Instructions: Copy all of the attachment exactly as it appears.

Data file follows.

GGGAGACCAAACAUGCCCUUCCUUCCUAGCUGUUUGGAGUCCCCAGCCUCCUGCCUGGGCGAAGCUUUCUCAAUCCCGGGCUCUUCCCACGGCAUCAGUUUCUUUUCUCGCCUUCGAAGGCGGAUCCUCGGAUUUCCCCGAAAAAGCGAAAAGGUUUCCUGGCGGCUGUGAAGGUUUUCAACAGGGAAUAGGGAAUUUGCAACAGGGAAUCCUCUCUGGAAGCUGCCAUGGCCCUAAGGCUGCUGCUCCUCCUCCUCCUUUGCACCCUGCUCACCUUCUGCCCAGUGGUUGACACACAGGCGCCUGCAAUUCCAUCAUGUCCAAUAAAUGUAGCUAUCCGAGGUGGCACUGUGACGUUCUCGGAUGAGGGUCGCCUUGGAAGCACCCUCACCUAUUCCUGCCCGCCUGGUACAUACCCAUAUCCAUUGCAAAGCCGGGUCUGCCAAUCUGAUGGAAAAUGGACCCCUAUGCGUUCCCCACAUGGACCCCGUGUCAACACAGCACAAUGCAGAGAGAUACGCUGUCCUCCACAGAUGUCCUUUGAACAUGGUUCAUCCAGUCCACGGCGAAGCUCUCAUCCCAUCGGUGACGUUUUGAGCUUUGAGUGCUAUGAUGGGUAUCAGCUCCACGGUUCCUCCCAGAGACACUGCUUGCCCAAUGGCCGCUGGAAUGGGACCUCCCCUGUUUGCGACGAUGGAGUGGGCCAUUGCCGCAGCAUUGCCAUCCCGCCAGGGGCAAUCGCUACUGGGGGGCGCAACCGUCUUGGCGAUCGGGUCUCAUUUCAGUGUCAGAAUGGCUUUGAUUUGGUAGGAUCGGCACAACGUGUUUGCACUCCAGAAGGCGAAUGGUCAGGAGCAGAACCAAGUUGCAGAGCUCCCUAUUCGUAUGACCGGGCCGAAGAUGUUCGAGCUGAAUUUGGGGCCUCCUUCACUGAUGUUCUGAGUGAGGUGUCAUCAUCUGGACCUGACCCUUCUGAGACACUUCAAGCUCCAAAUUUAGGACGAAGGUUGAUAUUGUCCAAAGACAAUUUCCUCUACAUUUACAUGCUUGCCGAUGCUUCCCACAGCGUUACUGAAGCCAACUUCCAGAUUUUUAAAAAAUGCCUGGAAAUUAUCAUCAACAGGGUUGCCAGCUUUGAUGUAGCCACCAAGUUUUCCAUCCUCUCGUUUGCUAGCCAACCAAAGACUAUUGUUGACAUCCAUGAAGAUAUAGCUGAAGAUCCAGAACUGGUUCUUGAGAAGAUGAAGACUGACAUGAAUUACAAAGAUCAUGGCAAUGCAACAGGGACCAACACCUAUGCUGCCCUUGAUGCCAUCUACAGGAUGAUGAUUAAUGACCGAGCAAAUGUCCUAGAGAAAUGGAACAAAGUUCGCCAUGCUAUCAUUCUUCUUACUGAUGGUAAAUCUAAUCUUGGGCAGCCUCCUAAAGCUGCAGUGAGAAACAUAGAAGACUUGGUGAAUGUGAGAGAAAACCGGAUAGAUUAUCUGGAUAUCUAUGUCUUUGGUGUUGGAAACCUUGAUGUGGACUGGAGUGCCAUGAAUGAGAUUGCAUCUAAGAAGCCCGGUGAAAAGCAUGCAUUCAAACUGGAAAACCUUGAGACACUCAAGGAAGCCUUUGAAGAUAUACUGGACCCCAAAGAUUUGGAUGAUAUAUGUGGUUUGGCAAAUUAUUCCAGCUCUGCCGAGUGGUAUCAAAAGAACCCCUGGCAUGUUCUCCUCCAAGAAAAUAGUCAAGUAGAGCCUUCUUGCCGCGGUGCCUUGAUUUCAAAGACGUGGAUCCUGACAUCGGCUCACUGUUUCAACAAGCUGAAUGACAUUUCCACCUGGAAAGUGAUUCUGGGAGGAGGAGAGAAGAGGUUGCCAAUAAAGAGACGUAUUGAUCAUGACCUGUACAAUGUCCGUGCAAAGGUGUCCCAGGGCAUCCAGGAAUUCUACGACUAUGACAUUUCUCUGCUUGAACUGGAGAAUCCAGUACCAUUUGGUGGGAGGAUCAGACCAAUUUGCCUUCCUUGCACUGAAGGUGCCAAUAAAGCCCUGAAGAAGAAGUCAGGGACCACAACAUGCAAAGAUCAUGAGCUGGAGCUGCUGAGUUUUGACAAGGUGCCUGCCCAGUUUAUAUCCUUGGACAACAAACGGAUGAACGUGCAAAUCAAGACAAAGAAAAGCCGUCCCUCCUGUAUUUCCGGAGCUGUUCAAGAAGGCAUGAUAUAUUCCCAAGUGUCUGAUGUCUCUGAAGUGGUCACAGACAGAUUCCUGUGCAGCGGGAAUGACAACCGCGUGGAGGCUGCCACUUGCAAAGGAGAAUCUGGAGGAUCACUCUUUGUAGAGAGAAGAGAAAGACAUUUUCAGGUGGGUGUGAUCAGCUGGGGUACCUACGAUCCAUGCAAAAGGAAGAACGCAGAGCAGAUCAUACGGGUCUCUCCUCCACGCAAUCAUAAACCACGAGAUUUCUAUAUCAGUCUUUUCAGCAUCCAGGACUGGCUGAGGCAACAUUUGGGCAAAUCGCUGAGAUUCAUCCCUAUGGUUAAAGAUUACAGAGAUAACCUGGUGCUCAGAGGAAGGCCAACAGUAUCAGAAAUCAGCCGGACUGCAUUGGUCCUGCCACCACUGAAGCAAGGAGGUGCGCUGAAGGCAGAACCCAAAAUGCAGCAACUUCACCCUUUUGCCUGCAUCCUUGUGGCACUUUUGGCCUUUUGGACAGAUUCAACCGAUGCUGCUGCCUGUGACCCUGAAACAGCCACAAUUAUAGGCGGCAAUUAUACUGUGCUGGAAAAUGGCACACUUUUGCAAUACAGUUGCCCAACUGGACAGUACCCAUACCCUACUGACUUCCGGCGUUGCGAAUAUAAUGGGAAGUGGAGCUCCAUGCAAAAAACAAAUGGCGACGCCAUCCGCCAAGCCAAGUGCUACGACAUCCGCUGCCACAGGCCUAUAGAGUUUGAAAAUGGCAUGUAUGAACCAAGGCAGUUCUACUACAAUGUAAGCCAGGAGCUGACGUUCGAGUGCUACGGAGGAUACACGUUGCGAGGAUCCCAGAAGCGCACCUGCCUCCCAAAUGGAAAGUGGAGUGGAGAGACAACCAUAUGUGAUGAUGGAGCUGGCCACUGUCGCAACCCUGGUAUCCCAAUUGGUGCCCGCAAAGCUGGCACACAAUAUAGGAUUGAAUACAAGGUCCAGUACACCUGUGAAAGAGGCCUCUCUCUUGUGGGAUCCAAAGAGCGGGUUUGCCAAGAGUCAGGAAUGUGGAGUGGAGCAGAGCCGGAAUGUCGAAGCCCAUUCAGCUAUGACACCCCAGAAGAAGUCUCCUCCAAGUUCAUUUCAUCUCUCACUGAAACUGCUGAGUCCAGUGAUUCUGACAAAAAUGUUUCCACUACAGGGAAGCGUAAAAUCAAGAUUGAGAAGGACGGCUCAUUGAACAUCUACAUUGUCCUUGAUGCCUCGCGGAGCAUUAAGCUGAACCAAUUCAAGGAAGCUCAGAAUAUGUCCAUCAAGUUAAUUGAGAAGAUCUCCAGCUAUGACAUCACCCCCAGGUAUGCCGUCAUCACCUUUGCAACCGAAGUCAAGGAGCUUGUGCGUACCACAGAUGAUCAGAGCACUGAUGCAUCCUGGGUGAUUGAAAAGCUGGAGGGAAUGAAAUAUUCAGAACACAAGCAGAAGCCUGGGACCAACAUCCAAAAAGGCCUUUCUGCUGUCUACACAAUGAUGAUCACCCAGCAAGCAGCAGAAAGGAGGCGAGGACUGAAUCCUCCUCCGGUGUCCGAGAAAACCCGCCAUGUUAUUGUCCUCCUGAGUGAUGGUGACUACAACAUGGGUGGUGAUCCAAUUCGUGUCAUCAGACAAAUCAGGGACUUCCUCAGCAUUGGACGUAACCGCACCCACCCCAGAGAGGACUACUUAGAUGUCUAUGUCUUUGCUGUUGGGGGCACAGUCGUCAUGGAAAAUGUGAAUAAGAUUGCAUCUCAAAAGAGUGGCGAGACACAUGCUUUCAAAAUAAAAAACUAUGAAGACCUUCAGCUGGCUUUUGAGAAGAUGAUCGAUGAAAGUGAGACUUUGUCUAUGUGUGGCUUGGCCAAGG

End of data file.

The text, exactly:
GGGAGACCAAACAUGCCCUUCCUUCCUAGCUGUUUGGAGUCCCCAGCCUCCUGCCUGGGCGAAGCUUUCUCAAUCCCGGGCUCUUCCCACGGCAUCAGUUUCUUUUCUCGCCUUCGAAGGCGGAUCCUCGGAUUUCCCCGAAAAAGCGAAAAGGUUUCCUGGCGGCUGUGAAGGUUUUCAACAGGGAAUAGGGAAUUUGCAACAGGGAAUCCUCUCUGGAAGCUGCCAUGGCCCUAAGGCUGCUGCUCCUCCUCCUCCUUUGCACCCUGCUCACCUUCUGCCCAGUGGUUGACACACAGGCGCCUGCAAUUCCAUCAUGUCCAAUAAAUGUAGCUAUCCGAGGUGGCACUGUGACGUUCUCGGAUGAGGGUCGCCUUGGAAGCACCCUCACCUAUUCCUGCCCGCCUGGUACAUACCCAUAUCCAUUGCAAAGCCGGGUCUGCCAAUCUGAUGGAAAAUGGACCCCUAUGCGUUCCCCACAUGGACCCCGUGUCAACACAGCACAAUGCAGAGAGAUACGCUGUCCUCCACAGAUGUCCUUUGAACAUGGUUCAUCCAGUCCACGGCGAAGCUCUCAUCCCAUCGGUGACGUUUUGAGCUUUGAGUGCUAUGAUGGGUAUCAGCUCCACGGUUCCUCCCAGAGACACUGCUUGCCCAAUGGCCGCUGGAAUGGGACCUCCCCUGUUUGCGACGAUGGAGUGGGCCAUUGCCGCAGCAUUGCCAUCCCGCCAGGGGCAAUCGCUACUGGGGGGCGCAACCGUCUUGGCGAUCGGGUCUCAUUUCAGUGUCAGAAUGGCUUUGAUUUGGUAGGAUCGGCACAACGUGUUUGCACUCCAGAAGGCGAAUGGUCAGGAGCAGAACCAAGUUGCAGAGCUCCCUAUUCGUAUGACCGGGCCGAAGAUGUUCGAGCUGAAUUUGGGGCCUCCUUCACUGAUGUUCUGAGUGAGGUGUCAUCAUCUGGACCUGACCCUUCUGAGACACUUCAAGCUCCAAAUUUAGGACGAAGGUUGAUAUUGUCCAAAGACAAUUUCCUCUACAUUUACAUGCUUGCCGAUGCUUCCCACAGCGUUACUGAAGCCAACUUCCAGAUUUUUAAAAAAUGCCUGGAAAUUAUCAUCAACAGGGUUGCCAGCUUUGAUGUAGCCACCAAGUUUUCCAUCCUCUCGUUUGCUAGCCAACCAAAGACUAUUGUUGACAUCCAUGAAGAUAUAGCUGAAGAUCCAGAACUGGUUCUUGAGAAGAUGAAGACUGACAUGAAUUACAAAGAUCAUGGCAAUGCAACAGGGACCAACACCUAUGCUGCCCUUGAUGCCAUCUACAGGAUGAUGAUUAAUGACCGAGCAAAUGUCCUAGAGAAAUGGAACAAAGUUCGCCAUGCUAUCAUUCUUCUUACUGAUGGUAAAUCUAAUCUUGGGCAGCCUCCUAAAGCUGCAGUGAGAAACAUAGAAGACUUGGUGAAUGUGAGAGAAAACCGGAUAGAUUAUCUGGAUAUCUAUGUCUUUGGUGUUGGAAACCUUGAUGUGGACUGGAGUGCCAUGAAUGAGAUUGCAUCUAAGAAGCCCGGUGAAAAGCAUGCAUUCAAACUGGAAAACCUUGAGACACUCAAGGAAGCCUUUGAAGAUAUACUGGACCCCAAAGAUUUGGAUGAUAUAUGUGGUUUGGCAAAUUAUUCCAGCUCUGCCGAGUGGUAUCAAAAGAACCCCUGGCAUGUUCUCCUCCAAGAAAAUAGUCAAGUAGAGCCUUCUUGCCGCGGUGCCUUGAUUUCAAAGACGUGGAUCCUGACAUCGGCUCACUGUUUCAACAAGCUGAAUGACAUUUCCACCUGGAAAGUGAUUCUGGGAGGAGGAGAGAAGAGGUUGCCAAUAAAGAGACGUAUUGAUCAUGACCUGUACAAUGUCCGUGCAAAGGUGUCCCAGGGCAUCCAGGAAUUCUACGACUAUGACAUUUCUCUGCUUGAACUGGAGAAUCCAGUACCAUUUGGUGGGAGGAUCAGACCAAUUUGCCUUCCUUGCACUGAAGGUGCCAAUAAAGCCCUGAAGAAGAAGUCAGGGACCACAACAUGCAAAGAUCAUGAGCUGGAGCUGCUGAGUUUUGACAAGGUGCCUGCCCAGUUUAUAUCCUUGGACAACAAACGGAUGAACGUGCAAAUCAAGACAAAGAAAAGCCGUCCCUCCUGUAUUUCCGGAGCUGUUCAAGAAGGCAUGAUAUAUUCCCAAGUGUCUGAUGUCUCUGAAGUGGUCACAGACAGAUUCCUGUGCAGCGGGAAUGACAACCGCGUGGAGGCUGCCACUUGCAAAGGAGAAUCUGGAGGAUCACUCUUUGUAGAGAGAAGAGAAAGACAUUUUCAGGUGGGUGUGAUCAGCUGGGGUACCUACGAUCCAUGCAAAAGGAAGAACGCAGAGCAGAUCAUACGGGUCUCUCCUCCACGCAAUCAUAAACCACGAGAUUUCUAUAUCAGUCUUUUCAGCAUCCAGGACUGGCUGAGGCAACAUUUGGGCAAAUCGCUGAGAUUCAUCCCUAUGGUUAAAGAUUACAGAGAUAACCUGGUGCUCAGAGGAAGGCCAACAGUAUCAGAAAUCAGCCGGACUGCAUUGGUCCUGCCACCACUGAAGCAAGGAGGUGCGCUGAAGGCAGAACCCAAAAUGCAGCAACUUCACCCUUUUGCCUGCAUCCUUGUGGCACUUUUGGCCUUUUGGACAGAUUCAACCGAUGCUGCUGCCUGUGACCCUGAAACAGCCACAAUUAUAGGCGGCAAUUAUACUGUGCUGGAAAAUGGCACACUUUUGCAAUACAGUUGCCCAACUGGACAGUACCCAUACCCUACUGACUUCCGGCGUUGCGAAUAUAAUGGGAAGUGGAGCUCCAUGCAAAAAACAAAUGGCGACGCCAUCCGCCAAGCCAAGUGCUACGACAUCCGCUGCCACAGGCCUAUAGAGUUUGAAAAUGGCAUGUAUGAACCAAGGCAGUUCUACUACAAUGUAAGCCAGGAGCUGACGUUCGAGUGCUACGGAGGAUACACGUUGCGAGGAUCCCAGAAGCGCACCUGCCUCCCAAAUGGAAAGUGGAGUGGAGAGACAACCAUAUGUGAUGAUGGAGCUGGCCACUGUCGCAACCCUGGUAUCCCAAUUGGUGCCCGCAAAGCUGGCACACAAUAUAGGAUUGAAUACAAGGUCCAGUACACCUGUGAAAGAGGCCUCUCUCUUGUGGGAUCCAAAGAGCGGGUUUGCCAAGAGUCAGGAAUGUGGAGUGGAGCAGAGCCGGAAUGUCGAAGCCCAUUCAGCUAUGACACCCCAGAAGAAGUCUCCUCCAAGUUCAUUUCAUCUCUCACUGAAACUGCUGAGUCCAGUGAUUCUGACAAAAAUGUUUCCACUACAGGGAAGCGUAAAAUCAAGAUUGAGAAGGACGGCUCAUUGAACAUCUACAUUGUCCUUGAUGCCUCGCGGAGCAUUAAGCUGAACCAAUUCAAGGAAGCUCAGAAUAUGUCCAUCAAGUUAAUUGAGAAGAUCUCCAGCUAUGACAUCACCCCCAGGUAUGCCGUCAUCACCUUUGCAACCGAAGUCAAGGAGCUUGUGCGUACCACAGAUGAUCAGAGCACUGAUGCAUCCUGGGUGAUUGAAAAGCUGGAGGGAAUGAAAUAUUCAGAACACAAGCAGAAGCCUGGGACCAACAUCCAAAAAGGCCUUUCUGCUGUCUACACAAUGAUGAUCACCCAGCAAGCAGCAGAAAGGAGGCGAGGACUGAAUCCUCCUCCGGUGUCCGAGAAAACCCGCCAUGUUAUUGUCCUCCUGAGUGAUGGUGACUACAACAUGGGUGGUGAUCCAAUUCGUGUCAUCAGACAAAUCAGGGACUUCCUCAGCAUUGGACGUAACCGCACCCACCCCAGAGAGGACUACUUAGAUGUCUAUGUCUUUGCUGUUGGGGGCACAGUCGUCAUGGAAAAUGUGAAUAAGAUUGCAUCUCAAAAGAGUGGCGAGACACAUGCUUUCAAAAUAAAAAACUAUGAAGACCUUCAGCUGGCUUUUGAGAAGAUGAUCGAUGAAAGUGAGACUUUGUCUAUGUGUGGCUUGGCCAAGG